The Wednesday over-night stay which lasted through Thanksgiving up until Thursday evening was a window into Mariah’s near-future living accommodations with her brother, Clay, at Mologne House (pronounced like “Malone”) on the Walter Reed campus in D.C.  We will live together in an outpatient setting, taking care of each other (just kidding dad, I won’t make Mariah do everything for me!) and attending daily therapy and rehabilitation services at the hospital.

Mariah’s stay at the Fisher House began with an evening of Kung Fu Panda (hilarious film), followed by a comfortable rest in a real nice bed.  Upon waking on Thanksgiving morning, Mariah asked me to walk her around the oak-tree speckled walking paths behind the house during which she got up out of her chair a few times to do leg stretches and practice walking along the parallel bars supporting her own balance and weight by the parallel bars.

The rest of our day up to the fantastic meal provided by the Blue Star military moms was filled with episodes of Family Guy from a box collection we picked up at Walmart together, and several readings from “Wesley the Owl”, which I read to her while she stretched out on the reading room couch at the Fisher House.  All the family members at Fisher House enjoyed Mariah’s presence, and the food was phenomenal.  We had about forty people dining together at the house, filling the dining hall, and we all held hands and said the Lord’s Prayer for grace.  It was very moving, and Mariah and I both teared up.

Lots of stories were shared around the tables, and phone calls were made to various colonels and generals because a young lady who came from channel 11 to televise a few minutes of the event for the six ‘o clock news was trailed by a local cop who said “you can’t do that”.  I guess he didn’t have any Turkey to eat, huh? Well, the military moms can pull off anything, and after a few calls the cop left and the cameras rolled. After dinner, a tired Mariah asked to return to her hospital room for some respite.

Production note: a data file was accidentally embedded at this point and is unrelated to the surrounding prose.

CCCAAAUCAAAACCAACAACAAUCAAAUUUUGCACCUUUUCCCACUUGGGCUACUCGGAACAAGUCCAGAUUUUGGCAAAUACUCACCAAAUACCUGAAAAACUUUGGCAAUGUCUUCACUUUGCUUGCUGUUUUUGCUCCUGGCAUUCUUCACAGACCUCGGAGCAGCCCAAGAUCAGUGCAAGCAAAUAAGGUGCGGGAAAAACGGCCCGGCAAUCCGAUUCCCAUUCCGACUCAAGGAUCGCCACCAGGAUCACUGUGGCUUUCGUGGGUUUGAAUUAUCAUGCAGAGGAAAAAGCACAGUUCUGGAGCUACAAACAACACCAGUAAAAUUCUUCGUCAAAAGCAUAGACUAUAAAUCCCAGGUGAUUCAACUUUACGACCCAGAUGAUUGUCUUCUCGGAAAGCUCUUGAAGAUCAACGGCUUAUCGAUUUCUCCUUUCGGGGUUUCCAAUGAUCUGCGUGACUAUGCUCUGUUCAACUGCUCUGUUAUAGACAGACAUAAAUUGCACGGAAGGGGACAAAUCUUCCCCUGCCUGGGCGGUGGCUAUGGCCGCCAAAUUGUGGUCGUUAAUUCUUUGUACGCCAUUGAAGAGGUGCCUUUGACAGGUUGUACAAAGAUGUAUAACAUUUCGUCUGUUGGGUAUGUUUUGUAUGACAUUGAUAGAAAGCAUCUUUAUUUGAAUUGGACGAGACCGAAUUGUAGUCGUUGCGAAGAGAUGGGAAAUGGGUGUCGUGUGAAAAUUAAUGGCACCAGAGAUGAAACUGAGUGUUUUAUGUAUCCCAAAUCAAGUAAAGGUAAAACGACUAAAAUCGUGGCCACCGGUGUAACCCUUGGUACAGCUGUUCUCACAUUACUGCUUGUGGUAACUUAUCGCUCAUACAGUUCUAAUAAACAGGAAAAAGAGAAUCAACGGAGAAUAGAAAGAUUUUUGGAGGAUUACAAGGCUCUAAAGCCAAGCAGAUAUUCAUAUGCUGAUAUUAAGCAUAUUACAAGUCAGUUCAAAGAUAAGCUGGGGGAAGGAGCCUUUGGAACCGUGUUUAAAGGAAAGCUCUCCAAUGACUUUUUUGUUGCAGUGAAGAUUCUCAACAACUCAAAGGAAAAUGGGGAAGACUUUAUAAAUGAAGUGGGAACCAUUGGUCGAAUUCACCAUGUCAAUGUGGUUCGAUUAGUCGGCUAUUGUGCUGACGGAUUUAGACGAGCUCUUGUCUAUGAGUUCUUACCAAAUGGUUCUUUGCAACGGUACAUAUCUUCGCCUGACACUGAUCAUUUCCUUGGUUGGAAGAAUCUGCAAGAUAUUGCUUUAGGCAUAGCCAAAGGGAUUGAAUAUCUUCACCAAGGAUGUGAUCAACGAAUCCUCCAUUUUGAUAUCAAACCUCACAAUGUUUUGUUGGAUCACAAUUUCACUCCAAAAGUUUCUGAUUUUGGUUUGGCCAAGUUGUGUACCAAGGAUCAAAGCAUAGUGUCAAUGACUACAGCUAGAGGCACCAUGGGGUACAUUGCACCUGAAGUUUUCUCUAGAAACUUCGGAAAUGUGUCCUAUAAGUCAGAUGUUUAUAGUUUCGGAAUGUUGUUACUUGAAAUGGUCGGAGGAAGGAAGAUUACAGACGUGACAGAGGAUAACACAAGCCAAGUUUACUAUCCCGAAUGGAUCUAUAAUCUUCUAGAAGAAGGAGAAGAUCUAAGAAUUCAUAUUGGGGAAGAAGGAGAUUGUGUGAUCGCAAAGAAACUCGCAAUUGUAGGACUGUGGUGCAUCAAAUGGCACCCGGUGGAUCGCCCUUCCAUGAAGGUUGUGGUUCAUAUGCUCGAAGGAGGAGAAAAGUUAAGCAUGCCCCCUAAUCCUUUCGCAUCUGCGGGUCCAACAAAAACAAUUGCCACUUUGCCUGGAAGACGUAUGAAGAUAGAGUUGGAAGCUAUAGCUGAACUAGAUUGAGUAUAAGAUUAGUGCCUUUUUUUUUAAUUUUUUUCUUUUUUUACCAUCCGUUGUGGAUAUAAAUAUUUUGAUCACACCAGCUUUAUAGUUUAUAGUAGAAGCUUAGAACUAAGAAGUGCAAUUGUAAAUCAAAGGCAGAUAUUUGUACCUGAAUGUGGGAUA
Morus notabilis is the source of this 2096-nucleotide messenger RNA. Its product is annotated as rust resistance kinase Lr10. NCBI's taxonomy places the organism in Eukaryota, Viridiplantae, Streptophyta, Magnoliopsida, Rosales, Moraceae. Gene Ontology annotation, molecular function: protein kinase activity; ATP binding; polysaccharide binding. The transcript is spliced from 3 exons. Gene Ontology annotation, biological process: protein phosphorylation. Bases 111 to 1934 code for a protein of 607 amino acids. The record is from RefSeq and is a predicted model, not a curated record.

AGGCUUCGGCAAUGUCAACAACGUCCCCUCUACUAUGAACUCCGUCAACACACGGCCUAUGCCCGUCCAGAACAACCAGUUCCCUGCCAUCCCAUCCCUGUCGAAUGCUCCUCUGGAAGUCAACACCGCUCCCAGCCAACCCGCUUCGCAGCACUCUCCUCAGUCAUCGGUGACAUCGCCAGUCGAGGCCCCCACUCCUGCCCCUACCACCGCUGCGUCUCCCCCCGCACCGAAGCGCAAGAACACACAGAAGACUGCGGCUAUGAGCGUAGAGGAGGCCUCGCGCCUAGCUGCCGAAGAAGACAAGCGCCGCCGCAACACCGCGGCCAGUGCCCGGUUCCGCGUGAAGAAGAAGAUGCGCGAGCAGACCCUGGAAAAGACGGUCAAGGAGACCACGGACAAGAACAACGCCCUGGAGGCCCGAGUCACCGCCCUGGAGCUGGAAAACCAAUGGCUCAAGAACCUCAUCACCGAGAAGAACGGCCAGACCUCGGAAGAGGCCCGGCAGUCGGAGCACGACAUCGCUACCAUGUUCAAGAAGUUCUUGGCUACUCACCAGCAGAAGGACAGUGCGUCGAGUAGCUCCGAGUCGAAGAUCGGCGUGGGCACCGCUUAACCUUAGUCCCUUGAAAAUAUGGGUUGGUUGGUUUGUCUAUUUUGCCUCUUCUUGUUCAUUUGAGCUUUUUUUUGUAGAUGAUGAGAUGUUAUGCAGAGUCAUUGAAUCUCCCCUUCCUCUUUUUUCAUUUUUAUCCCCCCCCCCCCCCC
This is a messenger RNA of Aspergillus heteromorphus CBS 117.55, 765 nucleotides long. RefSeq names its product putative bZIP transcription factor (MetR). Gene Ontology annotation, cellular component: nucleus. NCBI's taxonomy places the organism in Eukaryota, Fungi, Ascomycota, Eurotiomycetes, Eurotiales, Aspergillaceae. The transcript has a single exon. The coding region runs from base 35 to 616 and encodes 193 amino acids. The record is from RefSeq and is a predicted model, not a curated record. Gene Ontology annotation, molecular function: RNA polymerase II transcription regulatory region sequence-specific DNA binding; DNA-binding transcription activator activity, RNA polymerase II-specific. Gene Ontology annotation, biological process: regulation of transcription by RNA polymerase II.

Today is Tuesday morning, and Mariah will be going grocery shopping with Allison, her occupational therapist. I am pretty jealous, cuz I have been here two weeks and now that I am leaving this afternoon Mariah is going to the store to get ingredients for lasagna which she will bake later in the week and feed to…my dad probably.  I feel ripped off.  Oh well, I will get my share in D.C., I am sure.

Mariah and I read her recent comments on the blog yesterday and we are both ready to come to Washington and look forward to catching up with friends. Thank you all for the support since she has been here in Richmond, and please keep it coming on the home-front!

Love and Light,